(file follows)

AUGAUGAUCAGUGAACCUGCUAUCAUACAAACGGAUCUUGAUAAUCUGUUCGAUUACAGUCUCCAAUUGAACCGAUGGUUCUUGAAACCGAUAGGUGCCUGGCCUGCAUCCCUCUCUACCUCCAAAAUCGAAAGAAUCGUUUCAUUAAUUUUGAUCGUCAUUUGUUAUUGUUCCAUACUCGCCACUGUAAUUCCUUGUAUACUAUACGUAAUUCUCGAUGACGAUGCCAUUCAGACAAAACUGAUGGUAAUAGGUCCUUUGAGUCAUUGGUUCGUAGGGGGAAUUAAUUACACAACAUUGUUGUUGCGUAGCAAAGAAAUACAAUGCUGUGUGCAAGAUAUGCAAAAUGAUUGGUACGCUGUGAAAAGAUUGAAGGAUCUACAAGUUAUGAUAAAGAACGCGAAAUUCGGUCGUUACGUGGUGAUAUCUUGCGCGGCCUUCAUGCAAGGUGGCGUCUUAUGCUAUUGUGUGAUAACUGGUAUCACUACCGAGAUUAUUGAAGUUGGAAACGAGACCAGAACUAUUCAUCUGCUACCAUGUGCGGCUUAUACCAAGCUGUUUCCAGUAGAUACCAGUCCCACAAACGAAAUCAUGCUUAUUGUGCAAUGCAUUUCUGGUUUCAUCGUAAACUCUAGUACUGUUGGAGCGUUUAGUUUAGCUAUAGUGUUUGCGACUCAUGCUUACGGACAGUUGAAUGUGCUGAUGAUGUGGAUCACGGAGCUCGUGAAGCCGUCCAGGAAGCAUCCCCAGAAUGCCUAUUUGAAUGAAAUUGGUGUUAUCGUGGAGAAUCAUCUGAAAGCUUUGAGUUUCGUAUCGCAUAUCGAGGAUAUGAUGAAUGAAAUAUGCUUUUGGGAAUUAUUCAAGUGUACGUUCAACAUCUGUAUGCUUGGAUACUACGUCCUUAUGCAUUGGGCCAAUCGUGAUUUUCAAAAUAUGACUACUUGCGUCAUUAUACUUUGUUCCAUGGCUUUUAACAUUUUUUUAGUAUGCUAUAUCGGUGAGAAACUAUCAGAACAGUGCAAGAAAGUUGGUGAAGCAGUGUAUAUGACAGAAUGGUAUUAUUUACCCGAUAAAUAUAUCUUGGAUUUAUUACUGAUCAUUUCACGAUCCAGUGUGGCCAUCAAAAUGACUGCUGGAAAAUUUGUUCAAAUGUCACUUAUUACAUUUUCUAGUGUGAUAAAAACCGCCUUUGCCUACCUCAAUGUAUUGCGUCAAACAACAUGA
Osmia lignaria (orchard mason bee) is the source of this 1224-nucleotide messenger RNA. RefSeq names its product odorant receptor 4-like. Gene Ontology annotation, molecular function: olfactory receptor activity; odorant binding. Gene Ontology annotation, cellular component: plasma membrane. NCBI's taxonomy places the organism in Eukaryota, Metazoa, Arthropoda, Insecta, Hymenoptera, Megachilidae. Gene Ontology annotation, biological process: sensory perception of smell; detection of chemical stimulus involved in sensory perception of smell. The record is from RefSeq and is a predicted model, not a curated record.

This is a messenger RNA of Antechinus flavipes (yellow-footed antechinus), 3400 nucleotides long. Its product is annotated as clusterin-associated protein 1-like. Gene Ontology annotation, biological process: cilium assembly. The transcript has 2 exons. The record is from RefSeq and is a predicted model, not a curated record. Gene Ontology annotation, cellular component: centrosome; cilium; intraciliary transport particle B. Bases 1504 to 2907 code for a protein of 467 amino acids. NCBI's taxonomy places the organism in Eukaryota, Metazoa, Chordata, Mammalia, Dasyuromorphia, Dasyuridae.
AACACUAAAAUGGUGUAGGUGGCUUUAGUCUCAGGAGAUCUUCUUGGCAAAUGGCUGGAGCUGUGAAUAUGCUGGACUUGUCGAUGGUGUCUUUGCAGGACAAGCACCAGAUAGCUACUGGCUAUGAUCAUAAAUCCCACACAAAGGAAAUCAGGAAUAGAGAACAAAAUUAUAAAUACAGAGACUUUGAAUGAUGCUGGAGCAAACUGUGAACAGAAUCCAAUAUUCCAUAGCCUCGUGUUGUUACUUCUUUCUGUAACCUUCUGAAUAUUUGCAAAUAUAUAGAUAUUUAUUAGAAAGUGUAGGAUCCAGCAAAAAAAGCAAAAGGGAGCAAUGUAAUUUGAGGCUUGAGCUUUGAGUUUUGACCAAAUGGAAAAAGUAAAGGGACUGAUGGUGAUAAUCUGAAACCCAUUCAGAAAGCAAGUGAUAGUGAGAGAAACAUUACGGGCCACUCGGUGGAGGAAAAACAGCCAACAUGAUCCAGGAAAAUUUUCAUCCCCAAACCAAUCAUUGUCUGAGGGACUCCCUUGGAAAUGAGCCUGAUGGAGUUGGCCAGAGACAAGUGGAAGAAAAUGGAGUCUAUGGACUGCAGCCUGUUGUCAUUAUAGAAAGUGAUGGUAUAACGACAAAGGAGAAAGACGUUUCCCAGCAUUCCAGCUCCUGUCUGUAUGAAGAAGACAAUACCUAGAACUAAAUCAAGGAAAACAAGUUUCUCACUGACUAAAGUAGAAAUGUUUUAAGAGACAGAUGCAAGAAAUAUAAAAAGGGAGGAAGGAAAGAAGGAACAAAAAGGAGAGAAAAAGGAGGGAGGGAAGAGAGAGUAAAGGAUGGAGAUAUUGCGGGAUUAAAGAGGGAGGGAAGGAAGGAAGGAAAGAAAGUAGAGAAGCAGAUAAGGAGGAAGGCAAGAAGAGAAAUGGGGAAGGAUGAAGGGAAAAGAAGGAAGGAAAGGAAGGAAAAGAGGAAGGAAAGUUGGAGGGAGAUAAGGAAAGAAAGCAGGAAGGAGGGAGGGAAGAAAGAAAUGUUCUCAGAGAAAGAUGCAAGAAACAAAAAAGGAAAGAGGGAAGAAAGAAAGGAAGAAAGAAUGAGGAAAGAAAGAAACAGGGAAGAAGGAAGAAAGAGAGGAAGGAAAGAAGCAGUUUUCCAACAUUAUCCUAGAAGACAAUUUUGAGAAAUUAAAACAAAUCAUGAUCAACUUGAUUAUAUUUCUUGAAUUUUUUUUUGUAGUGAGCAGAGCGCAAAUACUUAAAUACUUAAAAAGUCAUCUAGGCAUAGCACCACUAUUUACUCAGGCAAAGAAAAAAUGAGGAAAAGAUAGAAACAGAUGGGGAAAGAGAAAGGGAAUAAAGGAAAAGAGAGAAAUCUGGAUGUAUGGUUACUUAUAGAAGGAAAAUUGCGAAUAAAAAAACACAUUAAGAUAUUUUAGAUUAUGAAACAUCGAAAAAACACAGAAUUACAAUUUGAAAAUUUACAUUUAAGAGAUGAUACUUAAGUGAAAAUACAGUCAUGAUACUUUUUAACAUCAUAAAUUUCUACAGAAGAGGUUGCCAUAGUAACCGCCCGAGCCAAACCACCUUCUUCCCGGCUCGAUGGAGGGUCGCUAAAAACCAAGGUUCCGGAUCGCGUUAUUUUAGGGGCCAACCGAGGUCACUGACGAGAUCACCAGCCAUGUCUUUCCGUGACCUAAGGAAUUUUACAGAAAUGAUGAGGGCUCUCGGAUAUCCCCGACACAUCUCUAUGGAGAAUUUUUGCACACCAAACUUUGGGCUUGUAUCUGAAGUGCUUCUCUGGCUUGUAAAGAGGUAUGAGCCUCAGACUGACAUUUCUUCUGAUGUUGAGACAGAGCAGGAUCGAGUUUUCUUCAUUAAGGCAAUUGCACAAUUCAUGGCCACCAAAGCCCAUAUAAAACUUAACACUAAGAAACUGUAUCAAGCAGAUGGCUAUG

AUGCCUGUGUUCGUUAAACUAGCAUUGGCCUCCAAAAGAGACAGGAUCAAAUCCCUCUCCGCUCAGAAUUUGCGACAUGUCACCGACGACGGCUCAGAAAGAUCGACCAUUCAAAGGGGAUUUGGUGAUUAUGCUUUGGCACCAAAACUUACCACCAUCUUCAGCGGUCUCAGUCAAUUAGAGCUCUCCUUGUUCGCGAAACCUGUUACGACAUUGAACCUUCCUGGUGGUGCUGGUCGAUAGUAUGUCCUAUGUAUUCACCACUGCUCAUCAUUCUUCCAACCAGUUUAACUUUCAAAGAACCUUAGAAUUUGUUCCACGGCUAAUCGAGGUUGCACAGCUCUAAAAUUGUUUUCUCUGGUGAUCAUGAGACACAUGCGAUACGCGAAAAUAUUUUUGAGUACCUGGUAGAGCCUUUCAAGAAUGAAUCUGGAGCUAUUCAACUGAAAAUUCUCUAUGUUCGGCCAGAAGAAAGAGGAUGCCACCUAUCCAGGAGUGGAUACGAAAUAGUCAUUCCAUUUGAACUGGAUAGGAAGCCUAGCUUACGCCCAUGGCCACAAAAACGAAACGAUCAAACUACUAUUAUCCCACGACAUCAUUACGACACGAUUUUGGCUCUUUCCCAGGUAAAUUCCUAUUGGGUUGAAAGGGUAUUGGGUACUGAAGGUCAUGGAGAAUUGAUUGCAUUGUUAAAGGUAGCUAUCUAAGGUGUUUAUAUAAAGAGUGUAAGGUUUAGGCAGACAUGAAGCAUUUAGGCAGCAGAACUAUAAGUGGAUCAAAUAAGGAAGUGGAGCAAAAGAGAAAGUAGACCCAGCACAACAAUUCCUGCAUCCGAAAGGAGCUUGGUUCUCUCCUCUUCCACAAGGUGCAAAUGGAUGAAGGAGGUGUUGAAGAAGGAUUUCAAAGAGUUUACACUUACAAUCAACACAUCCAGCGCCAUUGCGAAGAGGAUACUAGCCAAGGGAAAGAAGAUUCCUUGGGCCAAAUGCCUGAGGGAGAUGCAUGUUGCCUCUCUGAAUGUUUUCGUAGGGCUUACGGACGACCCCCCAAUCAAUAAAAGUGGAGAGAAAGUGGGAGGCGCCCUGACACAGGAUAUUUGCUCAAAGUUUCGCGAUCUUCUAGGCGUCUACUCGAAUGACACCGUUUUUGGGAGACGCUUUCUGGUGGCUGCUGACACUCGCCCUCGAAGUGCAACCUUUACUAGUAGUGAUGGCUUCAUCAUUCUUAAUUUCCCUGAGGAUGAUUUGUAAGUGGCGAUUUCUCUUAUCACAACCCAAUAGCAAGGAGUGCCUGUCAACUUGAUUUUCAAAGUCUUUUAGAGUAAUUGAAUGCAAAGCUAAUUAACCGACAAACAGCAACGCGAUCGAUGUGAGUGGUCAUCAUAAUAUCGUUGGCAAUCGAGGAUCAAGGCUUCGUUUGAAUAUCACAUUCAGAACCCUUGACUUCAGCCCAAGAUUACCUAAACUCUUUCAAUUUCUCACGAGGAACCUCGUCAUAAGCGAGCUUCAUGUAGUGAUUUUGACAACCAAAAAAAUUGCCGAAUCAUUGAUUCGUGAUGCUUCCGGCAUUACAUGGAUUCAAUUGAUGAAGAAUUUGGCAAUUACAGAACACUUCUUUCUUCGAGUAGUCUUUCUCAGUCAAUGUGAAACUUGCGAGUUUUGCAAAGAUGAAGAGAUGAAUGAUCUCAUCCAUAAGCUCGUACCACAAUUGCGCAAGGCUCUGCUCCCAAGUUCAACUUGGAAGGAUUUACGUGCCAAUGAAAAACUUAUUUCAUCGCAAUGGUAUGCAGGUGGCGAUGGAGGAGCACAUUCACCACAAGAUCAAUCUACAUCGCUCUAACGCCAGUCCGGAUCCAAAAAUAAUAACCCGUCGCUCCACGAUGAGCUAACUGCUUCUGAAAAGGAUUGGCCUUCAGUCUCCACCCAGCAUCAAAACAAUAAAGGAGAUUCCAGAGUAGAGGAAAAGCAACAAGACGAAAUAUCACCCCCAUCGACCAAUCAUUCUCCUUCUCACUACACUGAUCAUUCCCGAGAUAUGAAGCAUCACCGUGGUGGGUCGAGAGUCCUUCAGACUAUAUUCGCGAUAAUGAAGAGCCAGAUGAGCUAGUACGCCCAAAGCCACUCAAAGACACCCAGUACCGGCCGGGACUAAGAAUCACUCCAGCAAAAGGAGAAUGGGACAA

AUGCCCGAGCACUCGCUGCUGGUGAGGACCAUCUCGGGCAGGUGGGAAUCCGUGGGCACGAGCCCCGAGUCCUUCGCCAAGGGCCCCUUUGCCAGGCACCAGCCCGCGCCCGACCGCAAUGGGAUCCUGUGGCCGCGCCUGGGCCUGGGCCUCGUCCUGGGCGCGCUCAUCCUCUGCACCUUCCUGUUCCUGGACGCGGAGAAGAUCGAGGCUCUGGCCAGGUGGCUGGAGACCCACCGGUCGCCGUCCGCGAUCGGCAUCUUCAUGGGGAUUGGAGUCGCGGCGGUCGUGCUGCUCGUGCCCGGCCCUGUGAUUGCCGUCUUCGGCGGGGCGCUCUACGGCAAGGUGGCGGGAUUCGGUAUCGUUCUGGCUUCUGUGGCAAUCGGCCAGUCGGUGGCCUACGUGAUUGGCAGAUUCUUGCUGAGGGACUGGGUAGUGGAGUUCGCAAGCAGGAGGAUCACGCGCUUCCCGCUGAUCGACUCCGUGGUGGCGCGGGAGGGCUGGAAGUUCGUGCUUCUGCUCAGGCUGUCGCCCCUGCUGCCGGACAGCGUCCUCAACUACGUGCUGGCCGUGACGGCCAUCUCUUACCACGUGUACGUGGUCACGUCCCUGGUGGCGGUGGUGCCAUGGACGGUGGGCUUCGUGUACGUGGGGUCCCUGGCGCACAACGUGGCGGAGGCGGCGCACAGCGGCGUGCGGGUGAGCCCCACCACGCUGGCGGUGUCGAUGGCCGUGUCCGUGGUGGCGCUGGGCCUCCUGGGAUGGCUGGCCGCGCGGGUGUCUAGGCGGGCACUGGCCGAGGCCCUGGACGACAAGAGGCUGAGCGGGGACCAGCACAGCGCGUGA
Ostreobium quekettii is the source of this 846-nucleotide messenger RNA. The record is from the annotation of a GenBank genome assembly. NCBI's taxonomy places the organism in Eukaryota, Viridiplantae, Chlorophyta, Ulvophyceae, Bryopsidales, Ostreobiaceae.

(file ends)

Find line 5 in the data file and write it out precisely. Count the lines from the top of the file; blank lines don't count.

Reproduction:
AUGCCUGUGUUCGUUAAACUAGCAUUGGCCUCCAAAAGAGACAGGAUCAAAUCCCUCUCCGCUCAGAAUUUGCGACAUGUCACCGACGACGGCUCAGAAAGAUCGACCAUUCAAAGGGGAUUUGGUGAUUAUGCUUUGGCACCAAAACUUACCACCAUCUUCAGCGGUCUCAGUCAAUUAGAGCUCUCCUUGUUCGCGAAACCUGUUACGACAUUGAACCUUCCUGGUGGUGCUGGUCGAUAGUAUGUCCUAUGUAUUCACCACUGCUCAUCAUUCUUCCAACCAGUUUAACUUUCAAAGAACCUUAGAAUUUGUUCCACGGCUAAUCGAGGUUGCACAGCUCUAAAAUUGUUUUCUCUGGUGAUCAUGAGACACAUGCGAUACGCGAAAAUAUUUUUGAGUACCUGGUAGAGCCUUUCAAGAAUGAAUCUGGAGCUAUUCAACUGAAAAUUCUCUAUGUUCGGCCAGAAGAAAGAGGAUGCCACCUAUCCAGGAGUGGAUACGAAAUAGUCAUUCCAUUUGAACUGGAUAGGAAGCCUAGCUUACGCCCAUGGCCACAAAAACGAAACGAUCAAACUACUAUUAUCCCACGACAUCAUUACGACACGAUUUUGGCUCUUUCCCAGGUAAAUUCCUAUUGGGUUGAAAGGGUAUUGGGUACUGAAGGUCAUGGAGAAUUGAUUGCAUUGUUAAAGGUAGCUAUCUAAGGUGUUUAUAUAAAGAGUGUAAGGUUUAGGCAGACAUGAAGCAUUUAGGCAGCAGAACUAUAAGUGGAUCAAAUAAGGAAGUGGAGCAAAAGAGAAAGUAGACCCAGCACAACAAUUCCUGCAUCCGAAAGGAGCUUGGUUCUCUCCUCUUCCACAAGGUGCAAAUGGAUGAAGGAGGUGUUGAAGAAGGAUUUCAAAGAGUUUACACUUACAAUCAACACAUCCAGCGCCAUUGCGAAGAGGAUACUAGCCAAGGGAAAGAAGAUUCCUUGGGCCAAAUGCCUGAGGGAGAUGCAUGUUGCCUCUCUGAAUGUUUUCGUAGGGCUUACGGACGACCCCCCAAUCAAUAAAAGUGGAGAGAAAGUGGGAGGCGCCCUGACACAGGAUAUUUGCUCAAAGUUUCGCGAUCUUCUAGGCGUCUACUCGAAUGACACCGUUUUUGGGAGACGCUUUCUGGUGGCUGCUGACACUCGCCCUCGAAGUGCAACCUUUACUAGUAGUGAUGGCUUCAUCAUUCUUAAUUUCCCUGAGGAUGAUUUGUAAGUGGCGAUUUCUCUUAUCACAACCCAAUAGCAAGGAGUGCCUGUCAACUUGAUUUUCAAAGUCUUUUAGAGUAAUUGAAUGCAAAGCUAAUUAACCGACAAACAGCAACGCGAUCGAUGUGAGUGGUCAUCAUAAUAUCGUUGGCAAUCGAGGAUCAAGGCUUCGUUUGAAUAUCACAUUCAGAACCCUUGACUUCAGCCCAAGAUUACCUAAACUCUUUCAAUUUCUCACGAGGAACCUCGUCAUAAGCGAGCUUCAUGUAGUGAUUUUGACAACCAAAAAAAUUGCCGAAUCAUUGAUUCGUGAUGCUUCCGGCAUUACAUGGAUUCAAUUGAUGAAGAAUUUGGCAAUUACAGAACACUUCUUUCUUCGAGUAGUCUUUCUCAGUCAAUGUGAAACUUGCGAGUUUUGCAAAGAUGAAGAGAUGAAUGAUCUCAUCCAUAAGCUCGUACCACAAUUGCGCAAGGCUCUGCUCCCAAGUUCAACUUGGAAGGAUUUACGUGCCAAUGAAAAACUUAUUUCAUCGCAAUGGUAUGCAGGUGGCGAUGGAGGAGCACAUUCACCACAAGAUCAAUCUACAUCGCUCUAACGCCAGUCCGGAUCCAAAAAUAAUAACCCGUCGCUCCACGAUGAGCUAACUGCUUCUGAAAAGGAUUGGCCUUCAGUCUCCACCCAGCAUCAAAACAAUAAAGGAGAUUCCAGAGUAGAGGAAAAGCAACAAGACGAAAUAUCACCCCCAUCGACCAAUCAUUCUCCUUCUCACUACACUGAUCAUUCCCGAGAUAUGAAGCAUCACCGUGGUGGGUCGAGAGUCCUUCAGACUAUAUUCGCGAUAAUGAAGAGCCAGAUGAGCUAGUACGCCCAAAGCCACUCAAAGACACCCAGUACCGGCCGGGACUAAGAAUCACUCCAGCAAAAGGAGAAUGGGACAA